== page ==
Find out how we made the Leo Rover mobile robot watertight.
Whether you’re a roboticist, a scientist or simply a hobbyist, you surely want your rover to be robust. Being watertight is always a plus too, especially when you operate your robot outside. You never know what might happen so it’d be best to have a rover about which you don’t have to worry when it gets wet. Let’s take a closer look at a Leo Rover and see what makes it watertight.
The original idea was that the rover would be able to drive even underwater. And that didn't work out. But hey, it’s the thought that counts, right? :) But back to the point. It started from the Scorpio rover – a Martian robot developed by a student association at Wrocław University of Science and Technology that some of us were members of. We noticed that although the whole idea of Scorpio was that it was a prototype of a Mars vehicle, in fact, it wasn’t a Martian rover, but an Earth one. After all, it was the Earth's conditions it had to withstand. There’s rain on our planet and when we prepared Scorpio for planetary rover competitions such as ERC and URC, we had to take into consideration that in case of not particularly heavy rain, the contest would still proceed. Thus, the robot had to be built in such a way to hold out against such challenges. At that time, our robot was already designed to be able to drive in the rain.
As we kept working on the robot, we realized that anything can happen, it doesn’t have to be limited to rain. The rover should be able to withstand anything you throw at it. You don’t want your mobile robot to break down just because you’ve had a bad day and spilled something on it, do you? And that’s the assumption we came up with – to make sure the rover would survive harsh conditions and you wouldn’t have to worry about it.
As the product developed, the concept of the rover being watertight also went on. So, as of now, we claim that a Leo Rover is weatherproof and it really is. You can drive it in the rain and don’t have to worry that after getting wet, your robot’s toast. Trust us, it can handle it.
All the rover’s elements that could be damaged by water are properly protected. For example, the metal part by the wheels is a tube that holds the wheel motor inside.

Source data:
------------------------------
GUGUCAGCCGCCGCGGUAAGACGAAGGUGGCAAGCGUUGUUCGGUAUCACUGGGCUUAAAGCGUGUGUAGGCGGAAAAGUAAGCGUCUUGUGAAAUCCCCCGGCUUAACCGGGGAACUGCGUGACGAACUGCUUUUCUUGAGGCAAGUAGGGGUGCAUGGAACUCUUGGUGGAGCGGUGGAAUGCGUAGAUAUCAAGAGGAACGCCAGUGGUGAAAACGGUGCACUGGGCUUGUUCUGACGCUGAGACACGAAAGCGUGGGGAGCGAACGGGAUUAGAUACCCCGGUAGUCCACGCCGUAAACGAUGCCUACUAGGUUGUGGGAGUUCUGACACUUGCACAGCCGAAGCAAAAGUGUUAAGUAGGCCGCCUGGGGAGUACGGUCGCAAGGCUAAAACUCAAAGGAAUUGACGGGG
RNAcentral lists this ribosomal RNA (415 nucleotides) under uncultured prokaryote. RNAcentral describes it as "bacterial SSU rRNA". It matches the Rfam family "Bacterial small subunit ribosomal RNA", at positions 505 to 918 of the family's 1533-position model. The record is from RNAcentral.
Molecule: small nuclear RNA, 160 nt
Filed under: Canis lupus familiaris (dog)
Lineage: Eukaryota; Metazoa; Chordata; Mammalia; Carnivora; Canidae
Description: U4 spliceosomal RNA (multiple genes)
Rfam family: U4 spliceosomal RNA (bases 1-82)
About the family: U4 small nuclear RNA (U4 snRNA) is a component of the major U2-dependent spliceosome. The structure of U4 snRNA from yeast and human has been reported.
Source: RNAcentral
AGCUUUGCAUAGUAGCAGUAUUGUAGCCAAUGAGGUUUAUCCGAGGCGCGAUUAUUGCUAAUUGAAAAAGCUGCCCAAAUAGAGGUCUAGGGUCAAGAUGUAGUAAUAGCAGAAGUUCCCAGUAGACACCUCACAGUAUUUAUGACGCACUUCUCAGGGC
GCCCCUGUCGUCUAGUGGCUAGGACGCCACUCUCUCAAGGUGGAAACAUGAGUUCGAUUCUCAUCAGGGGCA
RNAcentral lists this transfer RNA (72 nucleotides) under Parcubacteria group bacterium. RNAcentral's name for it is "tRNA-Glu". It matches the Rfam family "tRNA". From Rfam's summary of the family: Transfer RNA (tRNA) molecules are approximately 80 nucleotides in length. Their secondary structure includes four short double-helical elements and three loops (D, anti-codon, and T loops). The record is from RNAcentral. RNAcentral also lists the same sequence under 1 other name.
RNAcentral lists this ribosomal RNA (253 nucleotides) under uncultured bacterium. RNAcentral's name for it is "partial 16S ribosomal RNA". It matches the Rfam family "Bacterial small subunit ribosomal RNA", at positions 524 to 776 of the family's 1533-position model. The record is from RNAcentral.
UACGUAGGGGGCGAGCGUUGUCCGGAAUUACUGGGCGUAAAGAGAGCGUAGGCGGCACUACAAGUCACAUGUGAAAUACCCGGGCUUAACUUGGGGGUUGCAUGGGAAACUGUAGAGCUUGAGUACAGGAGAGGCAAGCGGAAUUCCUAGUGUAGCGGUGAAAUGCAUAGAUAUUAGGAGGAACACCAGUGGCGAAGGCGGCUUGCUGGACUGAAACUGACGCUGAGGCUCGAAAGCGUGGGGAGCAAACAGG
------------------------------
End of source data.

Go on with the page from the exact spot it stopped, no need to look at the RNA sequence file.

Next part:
The tube’s job is to protect the motor against impacts and to seal it. It also serves as a mounting element for bearings. On one side, the tube has O-rings to seal the wiring assembly, and on the other side, there’s a lip seal that allows the motor shaft to rub against it all the time, but being sealed.
That’s for the mechanical assemblies. Then, all the cables are sealed as they go through the rover’s parts. For example, they come out of the wheel tube with rubber gaskets, and these enter the robot’s main electronics box – all joints are simply sealed with various rubber gaskets.
Also, the Leo Rover’s front camera has a cover. We decided to go with a GoPro glass which is sealed, and it additionally protects the camera’s lenses from being scratched.
When it comes to the battery, all plugs are also sealed. We use the WEIPU plugs that have the IP68 protection class.
At the top of a Leo Rover, there’s a miniUSB socket with a thread that allows you to seal everything. Provided that you use a dedicated plug (BULGIN PX0441), you can have a watertight USB connection to your external devices.
By default, we provide a USB cap along with the robot. With it, a Leo Rover is totally sealed.
The only issue that arises here is adding components to the robot. A Leo Rover itself is completely watertight but the same cannot be said about the add-ons we provide as these are mostly components from our suppliers and not from us. So, you have to keep this in mind when mounting additional elements on the vehicle.
Also, we need to point out that the Leo Rover’s construction is watertight but as a precaution against mishaps, not for default, constant use in water. The rover can handle rain, splash, or even wading in water with its wheels submerged and it can still work. But after an application like that, it needs to be properly taken care of. This may entail opening every component that might have been flooded to let it dry. It might also call for taking out some parts of the rover such as the wheel motors. In sum, the Leo Rover robotic platform is watertight but to a certain degree, we don’t recommend making adiver out of it.
If you don’t have your own Leo Rover yet and you’ve been wondering how we made it watertight, now you know all the ins and outs :)
And if there are other things concerning the Leo Rover’s design that you’re curious about, make sure to check out this article.